FOR IMMEDIATE RELEASE – June 14, 2017 – Surrey, BC
TransLink recently posted a video on the proposed Surrey Light Rail Transit system, which outlines design features that are expected to be a part of the LRT project. Many of these design features and benefits are not LRT-exclusive – meaning they can be incorporated into our existing transit system at a fraction of the cost.
Here are 10 LRT features and benefits that we can have without an expensive, multi-billion-dollar LRT.
The current Surrey-Newton-Guildford LRT proposal will place LRT tracks in a dedicated, transit-only right-of-way which will not be accessible to other vehicles.
Dedicated bus lanes can achieve the same objective, giving rapid buses a dedicated rights-of-way. They are easy to set up, and inexpensive to construct. 4 locations on the 96 B-Line corridor already make use of them. The dedicated bus lanes at King George/88th Ave. and King George/76th Ave. were installed in 2014 for approximately $4 million. Compare that to the billions of dollars needed for Surrey’s full LRT project.
Dedicated bus lanes can be added gradually, with investments targeting needed areas at first, whereas LRT requires all of the investment to happen at once with massive inconveniences during construction.
Surrey and TransLink have often advertised that an LRT system will include traffic signal priority, to make sure trams move through intersections on a green light. You can have this for buses too!
In fact, the technology for this has been around for a long time. The original 98 B-Line connecting Downtown Vancouver and Richmond made use of such a system more than 15 years ago, with more than 59 signalized intersections equipped with technology that would extend green lights for approaching B-Line buses.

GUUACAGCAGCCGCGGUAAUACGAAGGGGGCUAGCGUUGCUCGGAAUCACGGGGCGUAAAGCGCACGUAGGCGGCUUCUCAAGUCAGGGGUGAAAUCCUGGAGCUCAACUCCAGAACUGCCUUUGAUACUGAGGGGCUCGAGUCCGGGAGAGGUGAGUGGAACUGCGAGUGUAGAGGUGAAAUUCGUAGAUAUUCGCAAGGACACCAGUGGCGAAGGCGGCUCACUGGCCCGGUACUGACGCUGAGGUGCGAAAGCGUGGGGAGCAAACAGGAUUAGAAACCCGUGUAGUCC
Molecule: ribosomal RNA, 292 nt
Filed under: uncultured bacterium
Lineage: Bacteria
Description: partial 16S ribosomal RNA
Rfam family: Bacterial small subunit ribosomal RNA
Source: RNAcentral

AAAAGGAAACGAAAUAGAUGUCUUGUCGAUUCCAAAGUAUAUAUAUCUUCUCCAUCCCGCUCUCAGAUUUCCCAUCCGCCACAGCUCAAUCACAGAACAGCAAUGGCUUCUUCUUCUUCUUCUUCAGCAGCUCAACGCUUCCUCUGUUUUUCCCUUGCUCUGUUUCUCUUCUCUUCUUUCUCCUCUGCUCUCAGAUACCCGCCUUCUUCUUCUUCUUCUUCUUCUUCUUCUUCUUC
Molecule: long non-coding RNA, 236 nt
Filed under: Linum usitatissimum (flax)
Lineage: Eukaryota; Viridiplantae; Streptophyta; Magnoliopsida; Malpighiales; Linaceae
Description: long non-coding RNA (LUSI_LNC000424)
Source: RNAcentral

(Read more: Intelligent Transportation Systems in the 98 B-Line)
TransLink’s survey advertised that an LRT line will include “digital ‘Next LRT’ display boards” at stations. This feature is not exclusive to LRT systems.
Digital boards that can display real-time arrival information for buses have been in use in our region for over 15 years. The first displays were used for the original 98 B-Line connecting Downtown Vancouver and Richmond. In addition, real-time GPS bus tracking has been available system-wide since 2012.
TransLink has advertised that the LRT stations will have Compass Card validators and ticket machines, which will allow riders to pay their fares before boarding, relieve the driver of fare collection duties and streamline the boarding process for transit passengers.
Again, this feature is not exclusive to LRT. Ticket machines and validators could be set up at our B-Line stops and stations to speed boarding.
With fares being collected at the station rather than by the driver, LRT vehicles will allow you to board and disembark from any door.
TransLink has implemented 3-door boarding on buses for many years on the 99 B-Line, and on other routes such as #145 to SFU.
Existing rapid bus routes such as the 96 B-Line could also have all-door boarding. This would reduce stop dwell times, allow rapid buses to perform similarly to an LRT, and give riders a similar experience to using an LRT.
According to TransLink, LRT stations on the Surrey-Newton-Guildford line will offer a covered canopy for wind and rain protection, seating security cameras, and emergency phones.
Of course, these are all features that could be added to bus stops and stations as well.
Rapid bus stations can be built to look as nice and offer as many features as any LRT station. A great example would be the transitway stations on the I-5 median in Seattle, which resemble full LRT stations (pictured right: Mountlake Terrace Station).